RESEARCH SUPPORT, U.S. GOV'T, P.H.S.
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Atypical melanocytic nevi of the genital type with a discussion of reciprocal parenchymal-stromal interactions in the biology of neoplasia.

Human Pathology 1998 January
UNLABELLED: Melanocytic lesions of the genital area, especially those on the vulva, may present great difficulty in histological interpretation. A histological diagnosis of malignant melanoma was made in more than one third of 56 genital area melanocytic lesions submitted in consultation to the authors. The median age of the patients with these lesions was 25 years. This article is a clinicopathological study of these lesions and distinguishes them from malignant melanoma. The stroma of the lesions of the genital area was different from the stroma seen in the dysplastic nevi and melanoma. The differences in the stromal form in the diverse lesions is useful in diagnosis and is of profound biological significance. The stroma in the reported lesions and in some lesions of melanocytic neoplasia is described in detail, and its biological significance is discussed. Three sets of cases are used in this comparative study to delineate the clinicopathological nature and the biology of the genital nevi. The 56 cases submitted in consultation constitute the primary series of our work (The Clark Cutaneous Pathology Laboratory Series). These are compared with a series of cases from the Pigmented Lesion Group of the University of Pennsylvania and Pathology Services, Inc, and another series of cases from the Genetic Epidemiology Branch of the National Cancer Institute. The two series used for comparative study contain approximately the same number of cases of dysplastic nevi and malignant melanoma as there are atypical melanocytic nevi of the genital type in the primary series. The total number of cases was studied by comparison of their attributes in a relational database. The clinical data of the primary series was acquired through the use of a questionnaire completed by the contributors. The 56 cases presented two distinctive pathological pictures. One of these is termed atypical melanocytic nevi of the genital type (AMNGT), whereas dysplastic nevi (DN) formed the second of the two pathological pictures. There were 36 AMNGT and 14 DN. The remaining six cases were common nevi without atypia or ill-defined melanocytic hyperplasias. The lesions of AMNGT are usually located on the vulva, but they are seen on the perineum and, rarely, on the mons pubis and in the axilla. Lesions similar to AMNGT have been seen uncommonly on the male genitalia. The stromal patterns were distinctive and related to specific melanocytic lesions. An unclassified (unclass) or nonspecific stromal pattern was associated with AMNGT; a pattern of regression with differentiation (diff-regress) dominated the stroma of common dermal nevi; concentric eosinophilic fibroplasia (cef) and lamellar fibroplasia (lf) were present in dysplastic nevi; fibroplasia with a plaquelike lymphocytic infiltrate (fl) and diffuse eosinophilic fibroplasia (def) were noted in radial growth phase melanoma; and fibroplasia with angiogenesis (fa) or an absence of evidence for parenchymal stromal reciprocal interactions (nopsi) marked thick or deeply invasive vertical growth phase melanomas. Recommendations for management of the lesions are suggested.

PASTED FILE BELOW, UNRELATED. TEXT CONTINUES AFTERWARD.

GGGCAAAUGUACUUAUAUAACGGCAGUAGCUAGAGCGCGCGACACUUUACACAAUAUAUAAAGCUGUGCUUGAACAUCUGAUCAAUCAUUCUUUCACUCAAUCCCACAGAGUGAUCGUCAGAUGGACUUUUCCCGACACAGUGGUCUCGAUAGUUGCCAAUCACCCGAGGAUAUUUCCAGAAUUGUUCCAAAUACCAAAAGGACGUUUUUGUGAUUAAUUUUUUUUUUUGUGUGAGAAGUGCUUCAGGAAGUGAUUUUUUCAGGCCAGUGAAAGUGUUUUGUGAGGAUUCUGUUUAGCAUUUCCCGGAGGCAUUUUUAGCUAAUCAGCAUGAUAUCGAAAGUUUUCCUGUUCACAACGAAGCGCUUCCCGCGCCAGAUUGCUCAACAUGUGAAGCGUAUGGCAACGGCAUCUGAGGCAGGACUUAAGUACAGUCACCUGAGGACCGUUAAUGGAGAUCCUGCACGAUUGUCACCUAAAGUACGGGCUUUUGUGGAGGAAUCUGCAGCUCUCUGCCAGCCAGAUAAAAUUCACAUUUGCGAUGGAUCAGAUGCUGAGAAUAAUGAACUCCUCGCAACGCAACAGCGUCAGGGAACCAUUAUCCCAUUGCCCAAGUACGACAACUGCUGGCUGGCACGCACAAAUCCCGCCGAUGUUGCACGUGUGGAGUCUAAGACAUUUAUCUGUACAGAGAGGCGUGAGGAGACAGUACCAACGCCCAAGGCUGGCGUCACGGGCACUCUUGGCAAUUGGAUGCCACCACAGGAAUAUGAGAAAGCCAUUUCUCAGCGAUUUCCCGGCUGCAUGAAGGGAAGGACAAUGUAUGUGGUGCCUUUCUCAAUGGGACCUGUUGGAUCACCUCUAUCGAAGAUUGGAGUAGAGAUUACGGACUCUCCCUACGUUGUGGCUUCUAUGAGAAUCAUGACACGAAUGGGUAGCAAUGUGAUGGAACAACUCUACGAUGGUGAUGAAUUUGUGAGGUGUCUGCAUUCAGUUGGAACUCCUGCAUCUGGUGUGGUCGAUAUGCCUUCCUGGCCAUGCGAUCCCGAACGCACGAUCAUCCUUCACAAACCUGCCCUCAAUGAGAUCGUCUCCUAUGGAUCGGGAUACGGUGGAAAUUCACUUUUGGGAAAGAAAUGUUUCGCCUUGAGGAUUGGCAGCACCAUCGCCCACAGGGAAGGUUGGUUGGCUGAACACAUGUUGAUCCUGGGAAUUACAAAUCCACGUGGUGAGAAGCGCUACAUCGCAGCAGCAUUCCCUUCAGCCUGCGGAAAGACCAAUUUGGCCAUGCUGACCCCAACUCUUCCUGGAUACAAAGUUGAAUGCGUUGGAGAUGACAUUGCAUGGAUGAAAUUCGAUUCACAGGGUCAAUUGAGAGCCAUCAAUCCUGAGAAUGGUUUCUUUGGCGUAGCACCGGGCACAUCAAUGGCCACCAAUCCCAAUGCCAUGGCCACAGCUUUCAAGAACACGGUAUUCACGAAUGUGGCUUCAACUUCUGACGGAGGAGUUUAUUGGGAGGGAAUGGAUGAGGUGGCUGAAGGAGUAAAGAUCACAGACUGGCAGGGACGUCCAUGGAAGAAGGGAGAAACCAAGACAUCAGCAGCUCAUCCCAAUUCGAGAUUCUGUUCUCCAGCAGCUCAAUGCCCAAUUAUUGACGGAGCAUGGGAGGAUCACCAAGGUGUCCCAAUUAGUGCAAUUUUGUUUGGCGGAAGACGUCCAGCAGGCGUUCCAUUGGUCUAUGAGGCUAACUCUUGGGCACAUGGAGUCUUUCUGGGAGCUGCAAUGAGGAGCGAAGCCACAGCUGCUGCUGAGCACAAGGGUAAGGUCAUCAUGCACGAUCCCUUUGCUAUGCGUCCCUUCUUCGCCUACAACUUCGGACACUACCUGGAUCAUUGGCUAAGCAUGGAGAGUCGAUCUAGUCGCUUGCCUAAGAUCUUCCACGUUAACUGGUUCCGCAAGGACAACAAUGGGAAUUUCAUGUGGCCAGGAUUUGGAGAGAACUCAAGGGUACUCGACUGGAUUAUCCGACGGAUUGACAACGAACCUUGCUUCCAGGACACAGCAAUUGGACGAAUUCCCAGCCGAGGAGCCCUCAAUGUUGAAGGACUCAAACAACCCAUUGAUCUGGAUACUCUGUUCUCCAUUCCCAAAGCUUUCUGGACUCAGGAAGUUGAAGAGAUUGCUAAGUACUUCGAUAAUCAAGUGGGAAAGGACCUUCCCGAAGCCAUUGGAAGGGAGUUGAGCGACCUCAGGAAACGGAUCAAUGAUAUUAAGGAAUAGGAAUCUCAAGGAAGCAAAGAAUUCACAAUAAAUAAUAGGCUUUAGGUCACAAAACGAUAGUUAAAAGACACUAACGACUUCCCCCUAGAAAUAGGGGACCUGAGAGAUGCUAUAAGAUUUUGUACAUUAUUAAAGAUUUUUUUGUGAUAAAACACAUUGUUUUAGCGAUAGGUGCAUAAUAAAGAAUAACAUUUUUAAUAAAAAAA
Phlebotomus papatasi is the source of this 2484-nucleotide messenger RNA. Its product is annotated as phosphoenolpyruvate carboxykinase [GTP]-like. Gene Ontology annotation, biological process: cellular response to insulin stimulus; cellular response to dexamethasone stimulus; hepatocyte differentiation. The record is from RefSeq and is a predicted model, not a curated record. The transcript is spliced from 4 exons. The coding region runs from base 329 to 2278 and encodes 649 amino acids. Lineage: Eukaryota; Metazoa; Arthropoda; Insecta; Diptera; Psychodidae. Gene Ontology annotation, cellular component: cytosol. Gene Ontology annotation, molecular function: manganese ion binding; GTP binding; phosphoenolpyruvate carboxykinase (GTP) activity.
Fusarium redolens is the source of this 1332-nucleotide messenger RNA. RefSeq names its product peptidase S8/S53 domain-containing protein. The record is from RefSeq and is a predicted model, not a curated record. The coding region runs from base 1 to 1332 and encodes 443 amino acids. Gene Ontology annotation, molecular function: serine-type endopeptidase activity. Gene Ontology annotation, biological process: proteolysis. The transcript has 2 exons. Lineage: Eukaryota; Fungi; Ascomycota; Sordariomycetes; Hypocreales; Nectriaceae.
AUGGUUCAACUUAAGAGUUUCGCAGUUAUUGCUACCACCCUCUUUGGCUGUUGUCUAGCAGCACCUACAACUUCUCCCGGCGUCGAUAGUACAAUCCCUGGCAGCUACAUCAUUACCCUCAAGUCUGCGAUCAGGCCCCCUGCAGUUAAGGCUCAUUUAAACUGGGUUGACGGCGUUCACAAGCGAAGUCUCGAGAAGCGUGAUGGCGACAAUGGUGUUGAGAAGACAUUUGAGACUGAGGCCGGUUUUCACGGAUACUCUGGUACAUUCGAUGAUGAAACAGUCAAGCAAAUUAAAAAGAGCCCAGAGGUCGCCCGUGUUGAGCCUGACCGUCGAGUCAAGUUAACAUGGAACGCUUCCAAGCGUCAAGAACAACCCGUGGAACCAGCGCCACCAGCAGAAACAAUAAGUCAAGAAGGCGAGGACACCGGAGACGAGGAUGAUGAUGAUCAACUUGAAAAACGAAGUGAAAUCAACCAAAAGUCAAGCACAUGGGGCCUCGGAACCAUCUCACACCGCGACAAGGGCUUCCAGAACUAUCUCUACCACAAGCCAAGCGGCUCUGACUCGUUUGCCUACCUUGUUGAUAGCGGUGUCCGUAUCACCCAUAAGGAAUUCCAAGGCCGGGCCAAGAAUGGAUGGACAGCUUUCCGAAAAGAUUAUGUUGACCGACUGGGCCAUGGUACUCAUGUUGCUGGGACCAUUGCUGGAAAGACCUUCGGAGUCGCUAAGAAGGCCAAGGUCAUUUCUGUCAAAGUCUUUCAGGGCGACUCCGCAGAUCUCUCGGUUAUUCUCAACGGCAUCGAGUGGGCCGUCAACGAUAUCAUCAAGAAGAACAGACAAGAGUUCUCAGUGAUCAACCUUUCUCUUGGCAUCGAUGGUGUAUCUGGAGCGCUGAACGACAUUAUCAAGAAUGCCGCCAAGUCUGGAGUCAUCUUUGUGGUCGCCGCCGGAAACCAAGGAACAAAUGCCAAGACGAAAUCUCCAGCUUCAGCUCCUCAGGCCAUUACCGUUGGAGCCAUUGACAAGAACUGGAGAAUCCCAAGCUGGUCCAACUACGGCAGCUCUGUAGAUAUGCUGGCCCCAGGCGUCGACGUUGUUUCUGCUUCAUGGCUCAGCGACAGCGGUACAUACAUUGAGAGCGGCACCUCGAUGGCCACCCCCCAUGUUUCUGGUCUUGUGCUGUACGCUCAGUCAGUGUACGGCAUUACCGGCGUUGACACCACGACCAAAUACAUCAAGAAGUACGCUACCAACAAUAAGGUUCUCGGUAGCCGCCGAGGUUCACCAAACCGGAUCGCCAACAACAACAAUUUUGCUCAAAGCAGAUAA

CONCLUSIONS: One kind of atypical melanocytic proliferation in the genital area forms a distinctive clinicopathological entity that can be distinguished from melanoma and dysplastic nevi, the AMNGT. Such lesions are more common on the labia minora or the mucosa of the clitoral region than they are on the labia majora. The other common atypical melanocytic proliferation of this area is a dysplastic nevus, which is much more common on the labia majora than on the labia minora. The reciprocal interactions between parenchyma and stroma are discussed as homeostatic processes, a continually functioning template maintaining tissue, organ, and organismal form and function. The progressive disorganization of this template in neoplasia is illustrated and is considered to be a cardinal element in the biology of neoplasia.

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